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DEVIL’S ADVOCATES: RE-ANIMATOR ****
By Eddie Falvey ****

Published by Auteur / Liverpool University Press. 118pp

 

For horror fans of a certain age, the very mention of RE-ANIMATOR will likely stoke the flames of was-it-really-that-long-ago nostalgia, sparking associated memories of excitable playground chatter, schoolboy crushes and replaying certain moments (you know which ones) on a creaking, clanging, top-loading VHS player rented from Curry’s. There’s a convincing argument to be made that it’s the King of that brace of inventively gory, mid-80s American horror pictures that found much humour in absurd splatter but also knew when to be serious. You may have your own favourite, and there are many nice things to be said about the likes of FRIGHT NIGHT, RETURN OF THE LIVING DEAD and this film’s own successor, FROM BEYOND.

 

At the outset of this wide-ranging monograph about Stuart Gordon’s beloved 1985 film, author Eddie Falvey highlights how RE-ANIMATOR has often been overlooked in the realm of “serious” film study purely because of that very adept juggling of Grand Guignol gore and comedy. He positions it as a key picture in the popularising of the decade’s comic horror trend, the comedy-gore aesthetic, while reminding us that its roots lie with the campy genius of James Whale’s iconic mad-science Universal genre works of five decades earlier. We are reminded not only of its largely positive critical notices of the time, but also the fond following it has sustained over the decades – generating sequels, imitations and high-end home video releases – and officially endorsed via a key sequence in Alan Ball’s multi-Oscar winning AMERICAN BEAUTY (1999), in which Kevin Spacey and Wes Bentley do what so many of us did in the VHS era: wax lyrical about the notorious head-giving-head set piece. Even if the rest of the film proved disappointing (which it didn’t), THAT scene guaranteed its place in genre history.

 

The contextual analysis of RE-ANIMATOR in this typically thoughtful Devil’s Advocates study examines it as a pivotal product of the briefly thriving Empire Pictures, likening Gordon’s own, Lovecraft-dominated film career and his repertory company to the Poe / Corman / Price cycle of the 1960s. The rise and fall of Empire is a fascinating story – its head honcho Charles Band needing to provide credible cinematic competition at a time when Tobe Hooper had transitioned from THE TEXAS CHAIN SAW MASSACRE to making films for Steven Spielberg. His answer was to compete via story and eye-catching content, and the author traces the inauspicious beginnings, with the mediocre THE ALCHEMIST essentially establishing Empire’s product prototype and the audience they sought, prefiguring witty “counter-cinema” titles to come like TRANCERS and Gordon’s films. Falvey’s analysis hits just the right tone of affection, with pleasing incidental detail, including the ”poetic” turn of events that saw the expanded, post-RE-ANIMATOR Empire relocating to Dinocitta Studios, formerly the home of BARBARELLA and Dino De Laurentiis.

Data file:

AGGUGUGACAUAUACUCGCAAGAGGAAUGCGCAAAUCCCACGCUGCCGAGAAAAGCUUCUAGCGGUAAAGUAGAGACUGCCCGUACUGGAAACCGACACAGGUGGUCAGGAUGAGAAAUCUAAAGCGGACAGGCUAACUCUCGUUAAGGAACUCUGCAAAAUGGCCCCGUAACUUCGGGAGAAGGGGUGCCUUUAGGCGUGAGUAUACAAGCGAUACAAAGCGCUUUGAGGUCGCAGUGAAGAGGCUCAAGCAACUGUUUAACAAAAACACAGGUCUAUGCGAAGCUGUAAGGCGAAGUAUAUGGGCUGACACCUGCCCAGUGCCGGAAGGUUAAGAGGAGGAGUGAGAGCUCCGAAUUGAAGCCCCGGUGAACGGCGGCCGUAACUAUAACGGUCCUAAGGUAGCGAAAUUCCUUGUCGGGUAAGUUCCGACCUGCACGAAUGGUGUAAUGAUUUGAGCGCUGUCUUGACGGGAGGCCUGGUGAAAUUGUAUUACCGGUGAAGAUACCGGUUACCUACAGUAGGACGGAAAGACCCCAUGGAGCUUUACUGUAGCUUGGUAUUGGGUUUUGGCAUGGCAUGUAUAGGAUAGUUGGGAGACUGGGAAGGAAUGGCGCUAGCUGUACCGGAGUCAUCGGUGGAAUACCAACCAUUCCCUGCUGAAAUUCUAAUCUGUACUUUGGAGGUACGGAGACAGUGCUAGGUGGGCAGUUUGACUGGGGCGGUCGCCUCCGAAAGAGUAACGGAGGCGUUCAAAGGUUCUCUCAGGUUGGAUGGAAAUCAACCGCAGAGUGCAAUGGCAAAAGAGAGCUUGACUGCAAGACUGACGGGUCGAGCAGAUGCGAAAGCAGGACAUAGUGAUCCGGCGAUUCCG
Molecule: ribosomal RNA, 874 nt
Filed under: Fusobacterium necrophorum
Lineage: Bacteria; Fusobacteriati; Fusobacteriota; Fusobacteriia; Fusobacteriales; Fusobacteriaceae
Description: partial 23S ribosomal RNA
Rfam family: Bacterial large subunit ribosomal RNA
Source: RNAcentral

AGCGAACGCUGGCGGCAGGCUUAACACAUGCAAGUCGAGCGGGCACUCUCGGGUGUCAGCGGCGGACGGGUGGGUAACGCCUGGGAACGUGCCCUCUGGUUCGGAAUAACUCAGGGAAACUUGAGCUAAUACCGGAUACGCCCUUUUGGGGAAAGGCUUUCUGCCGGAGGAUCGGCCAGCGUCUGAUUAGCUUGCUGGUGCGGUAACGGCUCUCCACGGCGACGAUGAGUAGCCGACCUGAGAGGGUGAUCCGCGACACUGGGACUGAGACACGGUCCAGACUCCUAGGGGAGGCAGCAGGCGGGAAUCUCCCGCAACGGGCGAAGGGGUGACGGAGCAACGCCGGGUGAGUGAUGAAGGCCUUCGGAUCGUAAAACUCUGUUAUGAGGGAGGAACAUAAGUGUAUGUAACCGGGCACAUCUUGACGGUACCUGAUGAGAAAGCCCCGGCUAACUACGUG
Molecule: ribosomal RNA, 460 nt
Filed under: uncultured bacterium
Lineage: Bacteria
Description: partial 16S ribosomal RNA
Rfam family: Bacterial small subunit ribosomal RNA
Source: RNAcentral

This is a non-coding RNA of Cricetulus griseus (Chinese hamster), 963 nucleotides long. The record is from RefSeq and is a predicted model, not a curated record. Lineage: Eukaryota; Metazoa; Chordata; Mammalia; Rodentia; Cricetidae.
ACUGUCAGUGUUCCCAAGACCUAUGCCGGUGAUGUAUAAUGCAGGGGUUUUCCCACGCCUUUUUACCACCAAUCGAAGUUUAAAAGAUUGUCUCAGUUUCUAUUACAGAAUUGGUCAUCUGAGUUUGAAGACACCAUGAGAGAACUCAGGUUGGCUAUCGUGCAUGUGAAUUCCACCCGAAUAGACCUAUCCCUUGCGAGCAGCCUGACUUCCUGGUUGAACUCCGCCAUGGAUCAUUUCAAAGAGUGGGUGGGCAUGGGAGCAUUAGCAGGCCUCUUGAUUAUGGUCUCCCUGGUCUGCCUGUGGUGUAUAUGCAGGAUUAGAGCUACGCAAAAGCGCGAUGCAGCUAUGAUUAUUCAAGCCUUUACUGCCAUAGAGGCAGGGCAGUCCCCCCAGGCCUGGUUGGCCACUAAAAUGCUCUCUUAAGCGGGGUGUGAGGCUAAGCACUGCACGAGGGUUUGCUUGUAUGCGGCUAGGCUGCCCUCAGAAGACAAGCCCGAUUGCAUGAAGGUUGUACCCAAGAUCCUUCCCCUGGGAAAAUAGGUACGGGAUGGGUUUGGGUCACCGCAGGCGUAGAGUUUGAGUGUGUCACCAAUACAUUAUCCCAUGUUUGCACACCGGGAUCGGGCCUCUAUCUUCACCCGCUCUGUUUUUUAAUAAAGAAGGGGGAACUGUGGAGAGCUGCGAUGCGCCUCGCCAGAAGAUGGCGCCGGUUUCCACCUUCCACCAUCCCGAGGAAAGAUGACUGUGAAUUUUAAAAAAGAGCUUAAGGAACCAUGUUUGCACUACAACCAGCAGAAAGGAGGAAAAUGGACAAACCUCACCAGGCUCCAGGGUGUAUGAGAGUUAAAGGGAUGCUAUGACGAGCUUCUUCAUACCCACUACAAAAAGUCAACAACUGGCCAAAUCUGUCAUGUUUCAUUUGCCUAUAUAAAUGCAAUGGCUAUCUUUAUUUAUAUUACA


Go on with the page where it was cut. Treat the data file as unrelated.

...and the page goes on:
Falvey notes that, while we have no shortage of intelligent readings of Romero and his socially conscious horror cinema, it has been easy to overlook a mere “horror-comedy” like this one. Nonetheless, Gordon’s work is framed within an ongoing cycle of bodily destruction horror films and post-ANIMAL HOUSE gross-out American comedies designed to provoke. RE-ANIMATOR is viewed as a significant part of the “Body Horror” sub-genre, with its combination of slapstick and repugnance, while calling back to the classic horror era with its reduction of male ambition (here, Dan Gale’s Dr. Hill and Jeffrey Combs’ Herbert West) to farce. Falvey rightly notes the inadequacy of the broad, overused term “Scream Queen” when considering Barbara Crampton’s Meg: while seemingly displaying all the “reductive” traits of this branding, she transforms into a much more interesting character than her very first appearance might suggest, becoming, perhaps, a parody of the hapless female victim.

 

The book incorporates useful at-a-glance guides to Empire’s productions and Lovecraft adaptations through the years, with Gordon’s subsequent FROM BEYOND viewed as more “Lovecraftian” while the looser RE-ANIMATOR is deemed to at least capture the spirit of the iconic / contentious writer. There is a fond reminiscence of the 80s horror franchise boom and the trend toward family-friendly mainstream horror comedies (GHOSTBUSTERS, GREMLINS et al) alongside the ascension of make-up effects artists to almost rock star status via Fangoria magazine and its brethren.

 

It's fitting that Levey closes with an interview with current Fangoria editor in chief Phil Noble Jr., discussing the evolution of horror fandom in the decades that his magazine has been on the shelves, while noting the trend for empty nostalgia from those who weren’t actually around. RE-ANIMATOR has aged like a fine red wine (perhaps one served by a gaunt waiter carrying his own head around in a gym bag), outliving assorted adaptations and variations, including the porno RE-PENETRATOR, with the inevitable Herbert Breast. It survives as one of the best of its kind – despite, as Falvey conveys, slipping through the regular cult film paradigms by not being quite outrageous enough to obtain the lasting infamy of being “banned” and not quite serious enough to be taken seriously. Though this Devil’s Advocate does a fine job of redressing the balance with the latter.

 

Steven West.

 

 

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